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Spill may cut world oil supply 500,000 bpd-report
HOUSTON May 28 (Reuters) - A one-year delay on new deepwater projects stemming from the Gulf of Mexico well rupture could cut world oil supply by 500,000 barrels per day between 2013 to 2017, Bernstein Research said in a note to clients on Friday.
"Although this may seem small in a global context, such a situation would decrease OPEC spare capacity, especially in the second half of the decade, which would lead to an increase in the oil price," the firm wrote.
Still, it is unclear if this is a likely scenario, Bernstein wrote.
The world consumes more than 80 million barrels per day of crude oil.
On Thursday, the U.S. government extended a moratorium on new deepwater drilling permits to six months and announced a safety crackdown that includes the temporary suspension of exploratory drilling on 33 rigs in the Gulf of Mexico. [ID:nLDE64R00P]
Bernstein said delays and new regulatory costs could boost the marginal costs of new deepwater production by about 10 percent.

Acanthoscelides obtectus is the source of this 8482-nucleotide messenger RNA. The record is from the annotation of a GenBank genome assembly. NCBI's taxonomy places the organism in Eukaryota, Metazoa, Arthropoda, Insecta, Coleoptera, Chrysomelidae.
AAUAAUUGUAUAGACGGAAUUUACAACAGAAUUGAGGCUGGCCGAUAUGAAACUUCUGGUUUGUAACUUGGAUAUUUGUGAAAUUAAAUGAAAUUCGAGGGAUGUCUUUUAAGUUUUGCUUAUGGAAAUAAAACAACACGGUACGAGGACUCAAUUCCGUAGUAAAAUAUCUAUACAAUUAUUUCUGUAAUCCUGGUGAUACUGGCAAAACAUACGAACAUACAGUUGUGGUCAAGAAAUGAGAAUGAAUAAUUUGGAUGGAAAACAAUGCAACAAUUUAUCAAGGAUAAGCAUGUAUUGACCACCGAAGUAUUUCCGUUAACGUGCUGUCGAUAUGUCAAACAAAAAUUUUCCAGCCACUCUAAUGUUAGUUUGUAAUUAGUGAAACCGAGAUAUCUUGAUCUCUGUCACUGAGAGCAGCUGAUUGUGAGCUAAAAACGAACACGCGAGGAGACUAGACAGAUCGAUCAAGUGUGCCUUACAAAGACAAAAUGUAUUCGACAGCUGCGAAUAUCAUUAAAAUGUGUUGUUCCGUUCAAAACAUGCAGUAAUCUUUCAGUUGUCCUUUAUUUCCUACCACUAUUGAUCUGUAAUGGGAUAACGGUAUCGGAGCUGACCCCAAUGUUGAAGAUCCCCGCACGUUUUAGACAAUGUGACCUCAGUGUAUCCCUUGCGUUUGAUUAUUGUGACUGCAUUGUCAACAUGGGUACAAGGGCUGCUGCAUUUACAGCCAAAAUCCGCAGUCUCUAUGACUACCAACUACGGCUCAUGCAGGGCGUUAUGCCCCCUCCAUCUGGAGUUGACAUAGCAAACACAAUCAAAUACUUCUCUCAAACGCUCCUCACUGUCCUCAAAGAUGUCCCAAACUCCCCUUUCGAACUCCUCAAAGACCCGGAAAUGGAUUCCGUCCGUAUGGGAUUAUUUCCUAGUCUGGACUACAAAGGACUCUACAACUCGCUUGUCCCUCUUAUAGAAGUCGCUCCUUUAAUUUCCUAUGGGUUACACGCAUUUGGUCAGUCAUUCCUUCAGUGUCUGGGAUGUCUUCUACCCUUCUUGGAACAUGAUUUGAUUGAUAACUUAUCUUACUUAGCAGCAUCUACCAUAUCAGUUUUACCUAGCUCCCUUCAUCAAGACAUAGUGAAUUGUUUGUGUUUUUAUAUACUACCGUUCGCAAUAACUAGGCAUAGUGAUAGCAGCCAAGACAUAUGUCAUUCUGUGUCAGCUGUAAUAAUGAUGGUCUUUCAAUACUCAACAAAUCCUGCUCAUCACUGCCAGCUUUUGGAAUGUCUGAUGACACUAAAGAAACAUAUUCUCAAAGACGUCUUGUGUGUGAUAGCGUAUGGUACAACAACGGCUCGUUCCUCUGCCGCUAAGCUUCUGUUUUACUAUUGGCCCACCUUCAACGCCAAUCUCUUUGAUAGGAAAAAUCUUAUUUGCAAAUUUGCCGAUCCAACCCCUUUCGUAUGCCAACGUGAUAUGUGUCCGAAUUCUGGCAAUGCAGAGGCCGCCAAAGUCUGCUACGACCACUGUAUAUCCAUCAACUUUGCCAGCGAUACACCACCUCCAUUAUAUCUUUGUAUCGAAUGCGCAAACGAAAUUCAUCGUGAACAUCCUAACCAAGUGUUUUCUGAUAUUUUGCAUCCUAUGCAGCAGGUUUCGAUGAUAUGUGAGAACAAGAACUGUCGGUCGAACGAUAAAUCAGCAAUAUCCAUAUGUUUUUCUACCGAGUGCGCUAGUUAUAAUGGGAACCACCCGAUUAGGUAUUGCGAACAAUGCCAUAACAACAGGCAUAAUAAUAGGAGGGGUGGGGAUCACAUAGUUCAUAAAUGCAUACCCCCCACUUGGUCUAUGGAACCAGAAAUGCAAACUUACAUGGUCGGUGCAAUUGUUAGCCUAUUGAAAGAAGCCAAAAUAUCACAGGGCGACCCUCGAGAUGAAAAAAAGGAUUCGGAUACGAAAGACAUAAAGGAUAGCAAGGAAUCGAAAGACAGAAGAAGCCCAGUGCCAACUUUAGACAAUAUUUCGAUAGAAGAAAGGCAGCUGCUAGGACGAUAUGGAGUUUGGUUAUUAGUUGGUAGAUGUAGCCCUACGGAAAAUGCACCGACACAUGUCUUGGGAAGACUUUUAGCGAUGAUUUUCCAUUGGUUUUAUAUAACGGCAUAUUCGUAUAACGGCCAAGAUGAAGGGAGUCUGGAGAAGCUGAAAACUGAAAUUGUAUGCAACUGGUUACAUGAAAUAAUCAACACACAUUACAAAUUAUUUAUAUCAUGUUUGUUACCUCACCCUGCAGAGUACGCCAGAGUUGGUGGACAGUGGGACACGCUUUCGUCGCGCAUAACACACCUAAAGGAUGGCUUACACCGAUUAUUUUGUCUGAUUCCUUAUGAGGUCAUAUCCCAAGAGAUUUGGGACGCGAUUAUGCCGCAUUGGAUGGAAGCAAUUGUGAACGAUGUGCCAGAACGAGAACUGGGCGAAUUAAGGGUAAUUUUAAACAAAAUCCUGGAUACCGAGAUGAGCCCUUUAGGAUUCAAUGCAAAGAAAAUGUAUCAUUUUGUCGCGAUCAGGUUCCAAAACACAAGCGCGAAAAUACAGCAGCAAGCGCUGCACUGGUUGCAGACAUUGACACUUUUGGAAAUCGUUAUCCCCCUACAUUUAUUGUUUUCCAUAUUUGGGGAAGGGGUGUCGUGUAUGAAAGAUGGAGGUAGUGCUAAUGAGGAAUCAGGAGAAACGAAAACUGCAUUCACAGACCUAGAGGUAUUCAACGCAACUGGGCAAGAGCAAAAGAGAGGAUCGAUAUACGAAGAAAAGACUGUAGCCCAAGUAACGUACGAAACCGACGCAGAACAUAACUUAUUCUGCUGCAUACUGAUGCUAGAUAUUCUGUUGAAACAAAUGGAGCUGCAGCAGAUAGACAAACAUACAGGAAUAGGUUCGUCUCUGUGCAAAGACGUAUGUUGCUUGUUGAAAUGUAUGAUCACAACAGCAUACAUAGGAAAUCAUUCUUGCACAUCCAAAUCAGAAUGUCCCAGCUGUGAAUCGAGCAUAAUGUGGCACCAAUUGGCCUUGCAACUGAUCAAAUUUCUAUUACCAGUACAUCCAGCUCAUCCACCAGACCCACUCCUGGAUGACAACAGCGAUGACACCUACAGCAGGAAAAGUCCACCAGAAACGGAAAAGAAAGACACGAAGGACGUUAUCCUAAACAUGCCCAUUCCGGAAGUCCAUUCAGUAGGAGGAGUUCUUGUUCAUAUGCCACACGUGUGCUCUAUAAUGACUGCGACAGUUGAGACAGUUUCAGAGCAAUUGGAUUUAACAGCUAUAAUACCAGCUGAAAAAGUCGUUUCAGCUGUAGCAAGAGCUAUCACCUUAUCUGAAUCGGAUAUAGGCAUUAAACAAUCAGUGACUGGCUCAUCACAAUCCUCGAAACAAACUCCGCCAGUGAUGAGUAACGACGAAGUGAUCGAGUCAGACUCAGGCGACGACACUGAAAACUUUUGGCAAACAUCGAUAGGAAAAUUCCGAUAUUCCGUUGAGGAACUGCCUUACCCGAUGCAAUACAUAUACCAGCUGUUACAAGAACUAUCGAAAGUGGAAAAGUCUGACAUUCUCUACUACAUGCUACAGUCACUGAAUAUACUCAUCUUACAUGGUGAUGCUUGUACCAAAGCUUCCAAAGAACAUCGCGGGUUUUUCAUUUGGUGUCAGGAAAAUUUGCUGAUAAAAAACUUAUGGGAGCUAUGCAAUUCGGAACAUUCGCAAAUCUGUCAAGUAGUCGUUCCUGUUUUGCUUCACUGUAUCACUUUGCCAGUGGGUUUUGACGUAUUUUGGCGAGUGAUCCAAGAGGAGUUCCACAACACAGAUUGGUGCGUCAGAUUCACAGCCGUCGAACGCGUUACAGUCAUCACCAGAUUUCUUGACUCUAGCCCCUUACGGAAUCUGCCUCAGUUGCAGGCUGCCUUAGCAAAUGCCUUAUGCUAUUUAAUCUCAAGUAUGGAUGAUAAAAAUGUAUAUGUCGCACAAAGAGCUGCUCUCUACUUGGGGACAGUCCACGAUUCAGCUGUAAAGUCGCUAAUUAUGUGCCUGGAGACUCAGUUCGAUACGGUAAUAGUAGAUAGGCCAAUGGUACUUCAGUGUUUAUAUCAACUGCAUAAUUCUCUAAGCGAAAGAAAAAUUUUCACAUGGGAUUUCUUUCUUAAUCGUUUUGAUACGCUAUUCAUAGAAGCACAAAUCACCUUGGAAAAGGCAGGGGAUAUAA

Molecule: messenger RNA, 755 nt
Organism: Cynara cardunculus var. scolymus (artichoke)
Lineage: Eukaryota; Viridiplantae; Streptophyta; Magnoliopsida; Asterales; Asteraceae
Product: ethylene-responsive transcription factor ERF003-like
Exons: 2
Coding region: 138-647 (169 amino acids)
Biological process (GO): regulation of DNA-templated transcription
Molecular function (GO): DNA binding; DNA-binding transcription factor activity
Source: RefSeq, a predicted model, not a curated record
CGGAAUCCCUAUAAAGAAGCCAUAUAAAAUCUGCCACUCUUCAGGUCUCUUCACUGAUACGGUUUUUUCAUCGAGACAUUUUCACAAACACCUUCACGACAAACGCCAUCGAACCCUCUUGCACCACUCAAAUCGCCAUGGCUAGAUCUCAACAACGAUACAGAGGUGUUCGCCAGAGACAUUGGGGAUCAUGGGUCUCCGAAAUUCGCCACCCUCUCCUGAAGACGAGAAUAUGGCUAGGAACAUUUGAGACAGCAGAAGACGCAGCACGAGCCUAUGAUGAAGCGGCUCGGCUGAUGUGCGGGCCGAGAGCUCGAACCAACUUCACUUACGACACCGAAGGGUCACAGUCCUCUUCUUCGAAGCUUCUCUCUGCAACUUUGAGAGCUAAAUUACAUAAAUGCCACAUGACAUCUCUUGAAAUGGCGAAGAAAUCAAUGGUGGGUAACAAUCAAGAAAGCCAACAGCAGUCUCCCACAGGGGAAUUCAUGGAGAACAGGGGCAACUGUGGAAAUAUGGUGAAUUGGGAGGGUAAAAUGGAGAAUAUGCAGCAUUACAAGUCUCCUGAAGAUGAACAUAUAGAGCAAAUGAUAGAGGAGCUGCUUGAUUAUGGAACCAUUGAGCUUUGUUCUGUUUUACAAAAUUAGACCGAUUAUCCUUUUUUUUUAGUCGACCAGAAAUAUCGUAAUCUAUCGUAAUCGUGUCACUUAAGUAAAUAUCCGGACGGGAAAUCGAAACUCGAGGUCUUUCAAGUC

The moratorium extension will have "a huge near term negative impact to the Gulf Coast deepwater oil service industry," Bernstein said.
The drilling ban was put in place after a BP Plc (BP.L) (BP.N) well ruptured in the Gulf of Mexico on April 20. The accident sank the Deepwater Horizon rig, killed 11 workers and is estimated to be the largest oil spill in U.S. history.
New deepwater regulations are likely and the hit from the U.S. drilling moratorium will affect drilling worldwide, Bernstein said.
It is "highly likely" that deepwater rigs will have to adopt global standards to work in basins around the world, the firm said. (Reporting by Anna Driver in Houston; editing by Jim Marshall)
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